First introduced in the early twentieth century [1
], distraction osteogenesis is a principle in which new bone (called the regenerate) develops in an area subjected to gradual tension. This technique was further developed and popularized by Professor Gavril Ilizarov during the 1950s for limb lengthening and reconstruction [2
]. Distraction osteogenesis is now used worldwide for limb reconstruction particularly in cases of bone tumors, congenital deformities, bone defects, and osteomyelitis [3
]. A minimally invasive, low-energy osteotomy is performed to fracture a bone into two segments. Usually, an external fixator is applied through percutaneously placed transosseus pins and/or wires that are connected to external scaffolding. The external fixator is used to stabilize the fragments and manipulate them to achieve lengthening or deformity correction.
External fixation rather than internal fixation is used for several reasons. The greatest advantage of external fixators is that they allow for control of movement of the bone fragments in multiple planes [4
]. This postoperative adjustability is not possible using internal fixation. Additionally, external fixators are ideal for cases where soft tissue or bone is infected, tenuous, or poorly vascularized [5
However, external fixation is not without its drawbacks. While there is an advantage to be able to place pins or wires through healthy-appearing skin, this ultimately creates a communicating tract between the skin and bone, increasing the potential for the development of pin tract infection which can lead to osteomyelitis [6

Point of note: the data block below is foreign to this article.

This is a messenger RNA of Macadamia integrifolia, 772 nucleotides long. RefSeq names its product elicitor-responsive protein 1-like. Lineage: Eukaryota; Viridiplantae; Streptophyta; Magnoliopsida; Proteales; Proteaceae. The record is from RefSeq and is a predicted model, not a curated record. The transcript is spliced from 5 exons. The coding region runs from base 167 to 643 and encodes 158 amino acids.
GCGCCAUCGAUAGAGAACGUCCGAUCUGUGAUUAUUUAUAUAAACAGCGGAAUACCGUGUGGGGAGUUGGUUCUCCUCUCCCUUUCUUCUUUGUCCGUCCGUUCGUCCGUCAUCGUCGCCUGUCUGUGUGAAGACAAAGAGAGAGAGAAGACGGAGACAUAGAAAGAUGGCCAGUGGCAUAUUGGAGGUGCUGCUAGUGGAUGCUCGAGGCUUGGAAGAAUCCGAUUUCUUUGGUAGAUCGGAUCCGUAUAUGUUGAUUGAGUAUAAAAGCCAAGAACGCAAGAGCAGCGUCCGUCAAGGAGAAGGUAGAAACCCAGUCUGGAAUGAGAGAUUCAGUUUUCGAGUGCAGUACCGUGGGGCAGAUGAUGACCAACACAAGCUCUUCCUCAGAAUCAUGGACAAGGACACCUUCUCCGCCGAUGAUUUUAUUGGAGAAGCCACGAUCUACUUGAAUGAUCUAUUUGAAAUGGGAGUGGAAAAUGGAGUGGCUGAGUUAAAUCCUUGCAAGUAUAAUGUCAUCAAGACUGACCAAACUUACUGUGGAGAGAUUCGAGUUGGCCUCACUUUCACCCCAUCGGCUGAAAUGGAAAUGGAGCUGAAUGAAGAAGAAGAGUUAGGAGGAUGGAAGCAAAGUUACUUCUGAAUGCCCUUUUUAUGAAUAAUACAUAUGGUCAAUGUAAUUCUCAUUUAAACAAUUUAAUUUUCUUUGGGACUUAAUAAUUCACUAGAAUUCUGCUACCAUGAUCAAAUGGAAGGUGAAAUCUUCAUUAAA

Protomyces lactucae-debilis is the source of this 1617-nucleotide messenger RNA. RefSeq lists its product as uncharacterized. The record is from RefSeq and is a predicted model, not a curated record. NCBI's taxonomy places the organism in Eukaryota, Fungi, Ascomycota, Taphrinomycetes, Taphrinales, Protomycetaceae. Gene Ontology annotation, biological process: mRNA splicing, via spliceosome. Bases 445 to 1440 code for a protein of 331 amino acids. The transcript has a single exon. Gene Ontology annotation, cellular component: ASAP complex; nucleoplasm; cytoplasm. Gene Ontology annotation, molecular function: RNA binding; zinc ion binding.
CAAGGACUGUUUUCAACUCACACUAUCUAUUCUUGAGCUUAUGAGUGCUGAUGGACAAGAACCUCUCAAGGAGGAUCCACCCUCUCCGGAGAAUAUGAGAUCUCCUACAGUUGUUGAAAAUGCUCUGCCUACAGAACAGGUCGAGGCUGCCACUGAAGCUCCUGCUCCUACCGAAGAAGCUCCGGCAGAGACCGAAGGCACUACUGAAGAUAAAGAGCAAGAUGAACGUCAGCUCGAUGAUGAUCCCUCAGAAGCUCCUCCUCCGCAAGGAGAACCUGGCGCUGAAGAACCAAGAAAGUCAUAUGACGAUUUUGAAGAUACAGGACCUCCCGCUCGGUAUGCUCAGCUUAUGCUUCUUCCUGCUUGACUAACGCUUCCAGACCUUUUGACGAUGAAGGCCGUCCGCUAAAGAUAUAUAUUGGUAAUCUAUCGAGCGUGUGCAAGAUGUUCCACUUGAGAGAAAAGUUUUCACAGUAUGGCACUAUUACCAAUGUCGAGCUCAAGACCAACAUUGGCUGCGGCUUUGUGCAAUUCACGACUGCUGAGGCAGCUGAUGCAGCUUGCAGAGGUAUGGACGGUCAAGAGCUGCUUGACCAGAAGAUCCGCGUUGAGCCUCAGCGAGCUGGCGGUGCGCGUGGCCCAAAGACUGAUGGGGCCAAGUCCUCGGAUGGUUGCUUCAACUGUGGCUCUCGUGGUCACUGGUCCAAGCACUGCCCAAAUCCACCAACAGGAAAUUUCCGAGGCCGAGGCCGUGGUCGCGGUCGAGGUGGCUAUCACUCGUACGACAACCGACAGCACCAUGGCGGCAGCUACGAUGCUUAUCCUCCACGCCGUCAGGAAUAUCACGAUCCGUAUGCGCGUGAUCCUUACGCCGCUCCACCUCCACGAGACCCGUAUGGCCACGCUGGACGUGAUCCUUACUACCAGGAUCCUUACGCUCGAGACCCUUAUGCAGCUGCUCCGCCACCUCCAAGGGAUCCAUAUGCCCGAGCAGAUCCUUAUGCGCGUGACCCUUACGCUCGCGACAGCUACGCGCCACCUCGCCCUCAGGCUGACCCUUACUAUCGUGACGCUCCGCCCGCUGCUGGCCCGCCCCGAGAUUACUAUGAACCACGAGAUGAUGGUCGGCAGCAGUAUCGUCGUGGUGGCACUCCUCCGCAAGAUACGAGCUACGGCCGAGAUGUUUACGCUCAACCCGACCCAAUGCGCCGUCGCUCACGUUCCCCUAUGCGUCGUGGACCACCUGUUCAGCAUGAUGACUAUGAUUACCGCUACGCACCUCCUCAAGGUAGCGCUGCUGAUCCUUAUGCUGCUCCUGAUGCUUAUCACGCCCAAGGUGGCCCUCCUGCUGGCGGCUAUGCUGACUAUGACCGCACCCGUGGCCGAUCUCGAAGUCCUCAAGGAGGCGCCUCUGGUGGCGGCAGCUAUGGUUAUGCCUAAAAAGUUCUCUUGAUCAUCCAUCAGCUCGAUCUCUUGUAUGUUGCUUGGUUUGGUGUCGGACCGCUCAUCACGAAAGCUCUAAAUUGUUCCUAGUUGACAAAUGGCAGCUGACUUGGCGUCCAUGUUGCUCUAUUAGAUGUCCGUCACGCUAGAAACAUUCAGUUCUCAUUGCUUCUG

]. Prolonged periods of time in an external fixator can lead to multiple problems including osteopenia [8
], an increased rate of persistent pain [9
], and a considerable psychological burden [10
]. The importance of this issue has even been recognized by Professor Ilizarov who wrote that “leaving the apparatus on for longer than necessary is as harmful as removing the fixator too early” [12
]. Orthopedic surgeons have taken direct aim at shortening the length of time required in the external fixator by creating new limb lengthening and deformity correction techniques, such as lengthening over nail and lengthening and then nailing [6
Determining the right time to remove the frame remains a challenge, and proper timing is extremely important to prevent regenerate refracture or deformation resulting in persistent deformity (see Fig. ). Many argue that this is the most difficult and important decision the surgeon must make in limb lengthening and deformity correction. Several studies have attempted to model formulas to help predict the length of time one should remain in an external fixator. For example, Dinah [14
] found after reviewing 27 tibia lengthenings in 24 patients that the required time in a frame could be estimated to be 54 days per desired centimeter of total limb lengthening centimeters on average for all patients. Unfortunately, formulas such as this do not work in many cases because bone healing is dependent on both biological and mechanical factors such as age, underlying pathology, mechanical load on and stiffness of the fixation device [15